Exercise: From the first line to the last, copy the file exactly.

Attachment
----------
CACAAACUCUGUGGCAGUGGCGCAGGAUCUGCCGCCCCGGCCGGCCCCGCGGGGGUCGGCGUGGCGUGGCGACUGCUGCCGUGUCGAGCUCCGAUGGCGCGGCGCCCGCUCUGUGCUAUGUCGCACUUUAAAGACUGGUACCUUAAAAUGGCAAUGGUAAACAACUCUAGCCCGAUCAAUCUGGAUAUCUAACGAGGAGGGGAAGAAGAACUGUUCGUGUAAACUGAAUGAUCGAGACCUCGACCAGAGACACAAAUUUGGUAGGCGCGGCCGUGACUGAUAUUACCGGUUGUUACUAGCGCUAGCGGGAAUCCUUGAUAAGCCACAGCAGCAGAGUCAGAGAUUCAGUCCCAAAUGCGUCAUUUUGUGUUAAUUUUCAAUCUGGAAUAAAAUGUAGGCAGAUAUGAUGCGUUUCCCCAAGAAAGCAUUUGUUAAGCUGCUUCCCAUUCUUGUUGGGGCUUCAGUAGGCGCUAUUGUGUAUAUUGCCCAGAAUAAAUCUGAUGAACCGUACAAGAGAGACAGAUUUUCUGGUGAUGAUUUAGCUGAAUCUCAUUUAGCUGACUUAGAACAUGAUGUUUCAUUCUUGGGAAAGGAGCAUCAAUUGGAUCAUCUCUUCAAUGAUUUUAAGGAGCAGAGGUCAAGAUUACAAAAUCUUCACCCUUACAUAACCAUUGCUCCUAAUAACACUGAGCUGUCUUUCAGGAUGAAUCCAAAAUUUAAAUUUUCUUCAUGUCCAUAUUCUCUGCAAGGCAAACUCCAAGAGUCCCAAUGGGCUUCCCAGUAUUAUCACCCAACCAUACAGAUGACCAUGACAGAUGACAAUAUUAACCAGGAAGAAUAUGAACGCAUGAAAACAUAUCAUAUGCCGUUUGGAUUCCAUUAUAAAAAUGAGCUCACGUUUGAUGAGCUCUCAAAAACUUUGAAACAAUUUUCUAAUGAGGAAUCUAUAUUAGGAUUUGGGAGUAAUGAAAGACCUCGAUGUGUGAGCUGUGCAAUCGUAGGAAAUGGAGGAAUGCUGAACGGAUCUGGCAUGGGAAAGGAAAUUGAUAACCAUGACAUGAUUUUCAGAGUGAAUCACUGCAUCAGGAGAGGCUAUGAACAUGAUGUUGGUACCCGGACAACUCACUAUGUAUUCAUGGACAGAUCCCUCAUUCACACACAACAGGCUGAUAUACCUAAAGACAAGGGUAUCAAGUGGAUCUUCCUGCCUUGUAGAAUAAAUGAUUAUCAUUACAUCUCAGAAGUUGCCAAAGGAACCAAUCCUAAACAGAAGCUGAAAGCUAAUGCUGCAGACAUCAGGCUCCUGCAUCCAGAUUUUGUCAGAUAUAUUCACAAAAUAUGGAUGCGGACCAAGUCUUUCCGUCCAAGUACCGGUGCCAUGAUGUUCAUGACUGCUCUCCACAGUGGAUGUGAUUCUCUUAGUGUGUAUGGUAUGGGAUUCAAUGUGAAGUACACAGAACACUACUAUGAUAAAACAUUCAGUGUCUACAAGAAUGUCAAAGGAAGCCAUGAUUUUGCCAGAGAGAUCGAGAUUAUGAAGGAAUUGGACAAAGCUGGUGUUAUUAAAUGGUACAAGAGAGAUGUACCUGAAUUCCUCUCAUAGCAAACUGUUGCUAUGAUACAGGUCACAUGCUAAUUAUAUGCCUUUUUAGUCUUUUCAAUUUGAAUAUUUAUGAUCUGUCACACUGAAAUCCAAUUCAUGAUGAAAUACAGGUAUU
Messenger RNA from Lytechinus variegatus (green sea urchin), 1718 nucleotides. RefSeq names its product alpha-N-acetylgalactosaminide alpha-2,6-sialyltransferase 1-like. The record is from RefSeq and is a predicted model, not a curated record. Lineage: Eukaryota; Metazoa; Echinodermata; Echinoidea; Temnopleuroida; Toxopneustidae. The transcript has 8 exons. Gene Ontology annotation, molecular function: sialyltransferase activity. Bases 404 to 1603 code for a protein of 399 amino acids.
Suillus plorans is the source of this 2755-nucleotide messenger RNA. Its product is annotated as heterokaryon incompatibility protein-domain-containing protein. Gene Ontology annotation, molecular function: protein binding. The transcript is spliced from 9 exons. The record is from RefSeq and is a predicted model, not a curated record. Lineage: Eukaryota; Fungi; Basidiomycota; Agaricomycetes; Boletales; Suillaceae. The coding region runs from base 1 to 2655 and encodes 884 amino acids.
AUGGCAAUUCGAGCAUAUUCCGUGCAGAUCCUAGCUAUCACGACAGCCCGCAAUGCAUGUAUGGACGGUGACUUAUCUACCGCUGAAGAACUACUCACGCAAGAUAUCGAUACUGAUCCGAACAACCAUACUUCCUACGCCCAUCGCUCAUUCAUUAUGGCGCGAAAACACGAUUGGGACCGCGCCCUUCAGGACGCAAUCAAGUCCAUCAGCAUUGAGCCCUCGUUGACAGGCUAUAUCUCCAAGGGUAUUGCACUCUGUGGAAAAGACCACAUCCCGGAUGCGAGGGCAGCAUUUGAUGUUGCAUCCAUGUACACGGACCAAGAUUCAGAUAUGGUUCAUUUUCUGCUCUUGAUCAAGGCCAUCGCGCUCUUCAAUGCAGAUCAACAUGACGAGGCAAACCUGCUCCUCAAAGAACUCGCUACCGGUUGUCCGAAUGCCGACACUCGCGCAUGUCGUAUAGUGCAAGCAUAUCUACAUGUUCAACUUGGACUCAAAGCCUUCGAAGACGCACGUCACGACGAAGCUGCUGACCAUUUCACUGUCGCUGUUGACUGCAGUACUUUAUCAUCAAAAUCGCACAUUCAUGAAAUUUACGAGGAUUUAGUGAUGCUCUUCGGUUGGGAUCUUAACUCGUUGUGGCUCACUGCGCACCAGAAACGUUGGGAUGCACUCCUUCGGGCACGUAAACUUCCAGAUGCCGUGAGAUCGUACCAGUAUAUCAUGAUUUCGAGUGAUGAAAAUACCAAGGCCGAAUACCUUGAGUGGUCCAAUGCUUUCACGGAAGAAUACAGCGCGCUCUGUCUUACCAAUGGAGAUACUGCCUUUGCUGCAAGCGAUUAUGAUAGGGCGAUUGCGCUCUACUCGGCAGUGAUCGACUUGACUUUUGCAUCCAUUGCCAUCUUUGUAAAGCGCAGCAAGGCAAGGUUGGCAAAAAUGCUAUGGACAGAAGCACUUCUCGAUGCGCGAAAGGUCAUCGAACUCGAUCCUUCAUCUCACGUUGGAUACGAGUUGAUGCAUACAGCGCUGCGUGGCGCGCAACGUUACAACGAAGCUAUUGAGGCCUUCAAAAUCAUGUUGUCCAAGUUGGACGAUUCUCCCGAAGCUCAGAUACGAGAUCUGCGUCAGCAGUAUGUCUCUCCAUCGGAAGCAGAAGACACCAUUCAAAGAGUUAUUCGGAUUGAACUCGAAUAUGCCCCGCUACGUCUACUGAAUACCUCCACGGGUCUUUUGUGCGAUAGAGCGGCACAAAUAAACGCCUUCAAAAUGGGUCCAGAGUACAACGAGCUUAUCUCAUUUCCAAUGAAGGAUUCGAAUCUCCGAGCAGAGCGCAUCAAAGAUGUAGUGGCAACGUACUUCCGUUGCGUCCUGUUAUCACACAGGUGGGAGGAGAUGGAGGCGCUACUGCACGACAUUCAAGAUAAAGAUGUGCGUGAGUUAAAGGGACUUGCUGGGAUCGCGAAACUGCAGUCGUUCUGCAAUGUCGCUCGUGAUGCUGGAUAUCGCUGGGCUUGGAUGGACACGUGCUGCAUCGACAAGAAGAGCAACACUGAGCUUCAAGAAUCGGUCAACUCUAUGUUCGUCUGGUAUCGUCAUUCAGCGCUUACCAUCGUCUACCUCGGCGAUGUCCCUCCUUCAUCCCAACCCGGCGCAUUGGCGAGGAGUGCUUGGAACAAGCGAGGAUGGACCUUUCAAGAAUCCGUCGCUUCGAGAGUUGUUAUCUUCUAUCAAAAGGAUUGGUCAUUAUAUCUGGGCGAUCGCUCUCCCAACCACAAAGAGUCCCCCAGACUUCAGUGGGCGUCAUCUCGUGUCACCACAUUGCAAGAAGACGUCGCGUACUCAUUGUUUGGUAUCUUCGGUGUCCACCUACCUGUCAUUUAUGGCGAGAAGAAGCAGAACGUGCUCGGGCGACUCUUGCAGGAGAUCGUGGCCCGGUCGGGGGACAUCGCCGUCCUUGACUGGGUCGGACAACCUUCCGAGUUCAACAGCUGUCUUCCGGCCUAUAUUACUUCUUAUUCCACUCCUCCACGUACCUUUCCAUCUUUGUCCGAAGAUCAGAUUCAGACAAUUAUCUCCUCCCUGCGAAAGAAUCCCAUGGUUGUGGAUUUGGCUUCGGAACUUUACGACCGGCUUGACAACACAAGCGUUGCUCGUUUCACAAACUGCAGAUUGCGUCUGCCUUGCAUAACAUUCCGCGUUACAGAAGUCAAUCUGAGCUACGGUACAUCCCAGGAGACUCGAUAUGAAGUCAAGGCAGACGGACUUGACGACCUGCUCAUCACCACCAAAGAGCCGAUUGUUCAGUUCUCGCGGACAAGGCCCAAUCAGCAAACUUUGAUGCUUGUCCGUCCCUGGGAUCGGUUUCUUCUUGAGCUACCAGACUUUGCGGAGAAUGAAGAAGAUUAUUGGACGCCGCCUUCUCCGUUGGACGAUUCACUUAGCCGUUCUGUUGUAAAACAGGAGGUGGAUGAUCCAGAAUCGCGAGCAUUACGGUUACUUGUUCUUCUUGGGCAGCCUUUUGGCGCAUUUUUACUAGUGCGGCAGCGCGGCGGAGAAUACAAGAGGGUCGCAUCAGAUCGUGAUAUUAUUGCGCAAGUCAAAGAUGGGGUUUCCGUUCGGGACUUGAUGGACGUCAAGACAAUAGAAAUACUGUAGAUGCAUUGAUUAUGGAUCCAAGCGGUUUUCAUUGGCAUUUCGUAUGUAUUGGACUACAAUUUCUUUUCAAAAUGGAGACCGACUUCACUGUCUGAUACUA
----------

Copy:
CACAAACUCUGUGGCAGUGGCGCAGGAUCUGCCGCCCCGGCCGGCCCCGCGGGGGUCGGCGUGGCGUGGCGACUGCUGCCGUGUCGAGCUCCGAUGGCGCGGCGCCCGCUCUGUGCUAUGUCGCACUUUAAAGACUGGUACCUUAAAAUGGCAAUGGUAAACAACUCUAGCCCGAUCAAUCUGGAUAUCUAACGAGGAGGGGAAGAAGAACUGUUCGUGUAAACUGAAUGAUCGAGACCUCGACCAGAGACACAAAUUUGGUAGGCGCGGCCGUGACUGAUAUUACCGGUUGUUACUAGCGCUAGCGGGAAUCCUUGAUAAGCCACAGCAGCAGAGUCAGAGAUUCAGUCCCAAAUGCGUCAUUUUGUGUUAAUUUUCAAUCUGGAAUAAAAUGUAGGCAGAUAUGAUGCGUUUCCCCAAGAAAGCAUUUGUUAAGCUGCUUCCCAUUCUUGUUGGGGCUUCAGUAGGCGCUAUUGUGUAUAUUGCCCAGAAUAAAUCUGAUGAACCGUACAAGAGAGACAGAUUUUCUGGUGAUGAUUUAGCUGAAUCUCAUUUAGCUGACUUAGAACAUGAUGUUUCAUUCUUGGGAAAGGAGCAUCAAUUGGAUCAUCUCUUCAAUGAUUUUAAGGAGCAGAGGUCAAGAUUACAAAAUCUUCACCCUUACAUAACCAUUGCUCCUAAUAACACUGAGCUGUCUUUCAGGAUGAAUCCAAAAUUUAAAUUUUCUUCAUGUCCAUAUUCUCUGCAAGGCAAACUCCAAGAGUCCCAAUGGGCUUCCCAGUAUUAUCACCCAACCAUACAGAUGACCAUGACAGAUGACAAUAUUAACCAGGAAGAAUAUGAACGCAUGAAAACAUAUCAUAUGCCGUUUGGAUUCCAUUAUAAAAAUGAGCUCACGUUUGAUGAGCUCUCAAAAACUUUGAAACAAUUUUCUAAUGAGGAAUCUAUAUUAGGAUUUGGGAGUAAUGAAAGACCUCGAUGUGUGAGCUGUGCAAUCGUAGGAAAUGGAGGAAUGCUGAACGGAUCUGGCAUGGGAAAGGAAAUUGAUAACCAUGACAUGAUUUUCAGAGUGAAUCACUGCAUCAGGAGAGGCUAUGAACAUGAUGUUGGUACCCGGACAACUCACUAUGUAUUCAUGGACAGAUCCCUCAUUCACACACAACAGGCUGAUAUACCUAAAGACAAGGGUAUCAAGUGGAUCUUCCUGCCUUGUAGAAUAAAUGAUUAUCAUUACAUCUCAGAAGUUGCCAAAGGAACCAAUCCUAAACAGAAGCUGAAAGCUAAUGCUGCAGACAUCAGGCUCCUGCAUCCAGAUUUUGUCAGAUAUAUUCACAAAAUAUGGAUGCGGACCAAGUCUUUCCGUCCAAGUACCGGUGCCAUGAUGUUCAUGACUGCUCUCCACAGUGGAUGUGAUUCUCUUAGUGUGUAUGGUAUGGGAUUCAAUGUGAAGUACACAGAACACUACUAUGAUAAAACAUUCAGUGUCUACAAGAAUGUCAAAGGAAGCCAUGAUUUUGCCAGAGAGAUCGAGAUUAUGAAGGAAUUGGACAAAGCUGGUGUUAUUAAAUGGUACAAGAGAGAUGUACCUGAAUUCCUCUCAUAGCAAACUGUUGCUAUGAUACAGGUCACAUGCUAAUUAUAUGCCUUUUUAGUCUUUUCAAUUUGAAUAUUUAUGAUCUGUCACACUGAAAUCCAAUUCAUGAUGAAAUACAGGUAUU
Messenger RNA from Lytechinus variegatus (green sea urchin), 1718 nucleotides. RefSeq names its product alpha-N-acetylgalactosaminide alpha-2,6-sialyltransferase 1-like. The record is from RefSeq and is a predicted model, not a curated record. Lineage: Eukaryota; Metazoa; Echinodermata; Echinoidea; Temnopleuroida; Toxopneustidae. The transcript has 8 exons. Gene Ontology annotation, molecular function: sialyltransferase activity. Bases 404 to 1603 code for a protein of 399 amino acids.
Suillus plorans is the source of this 2755-nucleotide messenger RNA. Its product is annotated as heterokaryon incompatibility protein-domain-containing protein. Gene Ontology annotation, molecular function: protein binding. The transcript is spliced from 9 exons. The record is from RefSeq and is a predicted model, not a curated record. Lineage: Eukaryota; Fungi; Basidiomycota; Agaricomycetes; Boletales; Suillaceae. The coding region runs from base 1 to 2655 and encodes 884 amino acids.
AUGGCAAUUCGAGCAUAUUCCGUGCAGAUCCUAGCUAUCACGACAGCCCGCAAUGCAUGUAUGGACGGUGACUUAUCUACCGCUGAAGAACUACUCACGCAAGAUAUCGAUACUGAUCCGAACAACCAUACUUCCUACGCCCAUCGCUCAUUCAUUAUGGCGCGAAAACACGAUUGGGACCGCGCCCUUCAGGACGCAAUCAAGUCCAUCAGCAUUGAGCCCUCGUUGACAGGCUAUAUCUCCAAGGGUAUUGCACUCUGUGGAAAAGACCACAUCCCGGAUGCGAGGGCAGCAUUUGAUGUUGCAUCCAUGUACACGGACCAAGAUUCAGAUAUGGUUCAUUUUCUGCUCUUGAUCAAGGCCAUCGCGCUCUUCAAUGCAGAUCAACAUGACGAGGCAAACCUGCUCCUCAAAGAACUCGCUACCGGUUGUCCGAAUGCCGACACUCGCGCAUGUCGUAUAGUGCAAGCAUAUCUACAUGUUCAACUUGGACUCAAAGCCUUCGAAGACGCACGUCACGACGAAGCUGCUGACCAUUUCACUGUCGCUGUUGACUGCAGUACUUUAUCAUCAAAAUCGCACAUUCAUGAAAUUUACGAGGAUUUAGUGAUGCUCUUCGGUUGGGAUCUUAACUCGUUGUGGCUCACUGCGCACCAGAAACGUUGGGAUGCACUCCUUCGGGCACGUAAACUUCCAGAUGCCGUGAGAUCGUACCAGUAUAUCAUGAUUUCGAGUGAUGAAAAUACCAAGGCCGAAUACCUUGAGUGGUCCAAUGCUUUCACGGAAGAAUACAGCGCGCUCUGUCUUACCAAUGGAGAUACUGCCUUUGCUGCAAGCGAUUAUGAUAGGGCGAUUGCGCUCUACUCGGCAGUGAUCGACUUGACUUUUGCAUCCAUUGCCAUCUUUGUAAAGCGCAGCAAGGCAAGGUUGGCAAAAAUGCUAUGGACAGAAGCACUUCUCGAUGCGCGAAAGGUCAUCGAACUCGAUCCUUCAUCUCACGUUGGAUACGAGUUGAUGCAUACAGCGCUGCGUGGCGCGCAACGUUACAACGAAGCUAUUGAGGCCUUCAAAAUCAUGUUGUCCAAGUUGGACGAUUCUCCCGAAGCUCAGAUACGAGAUCUGCGUCAGCAGUAUGUCUCUCCAUCGGAAGCAGAAGACACCAUUCAAAGAGUUAUUCGGAUUGAACUCGAAUAUGCCCCGCUACGUCUACUGAAUACCUCCACGGGUCUUUUGUGCGAUAGAGCGGCACAAAUAAACGCCUUCAAAAUGGGUCCAGAGUACAACGAGCUUAUCUCAUUUCCAAUGAAGGAUUCGAAUCUCCGAGCAGAGCGCAUCAAAGAUGUAGUGGCAACGUACUUCCGUUGCGUCCUGUUAUCACACAGGUGGGAGGAGAUGGAGGCGCUACUGCACGACAUUCAAGAUAAAGAUGUGCGUGAGUUAAAGGGACUUGCUGGGAUCGCGAAACUGCAGUCGUUCUGCAAUGUCGCUCGUGAUGCUGGAUAUCGCUGGGCUUGGAUGGACACGUGCUGCAUCGACAAGAAGAGCAACACUGAGCUUCAAGAAUCGGUCAACUCUAUGUUCGUCUGGUAUCGUCAUUCAGCGCUUACCAUCGUCUACCUCGGCGAUGUCCCUCCUUCAUCCCAACCCGGCGCAUUGGCGAGGAGUGCUUGGAACAAGCGAGGAUGGACCUUUCAAGAAUCCGUCGCUUCGAGAGUUGUUAUCUUCUAUCAAAAGGAUUGGUCAUUAUAUCUGGGCGAUCGCUCUCCCAACCACAAAGAGUCCCCCAGACUUCAGUGGGCGUCAUCUCGUGUCACCACAUUGCAAGAAGACGUCGCGUACUCAUUGUUUGGUAUCUUCGGUGUCCACCUACCUGUCAUUUAUGGCGAGAAGAAGCAGAACGUGCUCGGGCGACUCUUGCAGGAGAUCGUGGCCCGGUCGGGGGACAUCGCCGUCCUUGACUGGGUCGGACAACCUUCCGAGUUCAACAGCUGUCUUCCGGCCUAUAUUACUUCUUAUUCCACUCCUCCACGUACCUUUCCAUCUUUGUCCGAAGAUCAGAUUCAGACAAUUAUCUCCUCCCUGCGAAAGAAUCCCAUGGUUGUGGAUUUGGCUUCGGAACUUUACGACCGGCUUGACAACACAAGCGUUGCUCGUUUCACAAACUGCAGAUUGCGUCUGCCUUGCAUAACAUUCCGCGUUACAGAAGUCAAUCUGAGCUACGGUACAUCCCAGGAGACUCGAUAUGAAGUCAAGGCAGACGGACUUGACGACCUGCUCAUCACCACCAAAGAGCCGAUUGUUCAGUUCUCGCGGACAAGGCCCAAUCAGCAAACUUUGAUGCUUGUCCGUCCCUGGGAUCGGUUUCUUCUUGAGCUACCAGACUUUGCGGAGAAUGAAGAAGAUUAUUGGACGCCGCCUUCUCCGUUGGACGAUUCACUUAGCCGUUCUGUUGUAAAACAGGAGGUGGAUGAUCCAGAAUCGCGAGCAUUACGGUUACUUGUUCUUCUUGGGCAGCCUUUUGGCGCAUUUUUACUAGUGCGGCAGCGCGGCGGAGAAUACAAGAGGGUCGCAUCAGAUCGUGAUAUUAUUGCGCAAGUCAAAGAUGGGGUUUCCGUUCGGGACUUGAUGGACGUCAAGACAAUAGAAAUACUGUAGAUGCAUUGAUUAUGGAUCCAAGCGGUUUUCAUUGGCAUUUCGUAUGUAUUGGACUACAAUUUCUUUUCAAAAUGGAGACCGACUUCACUGUCUGAUACUA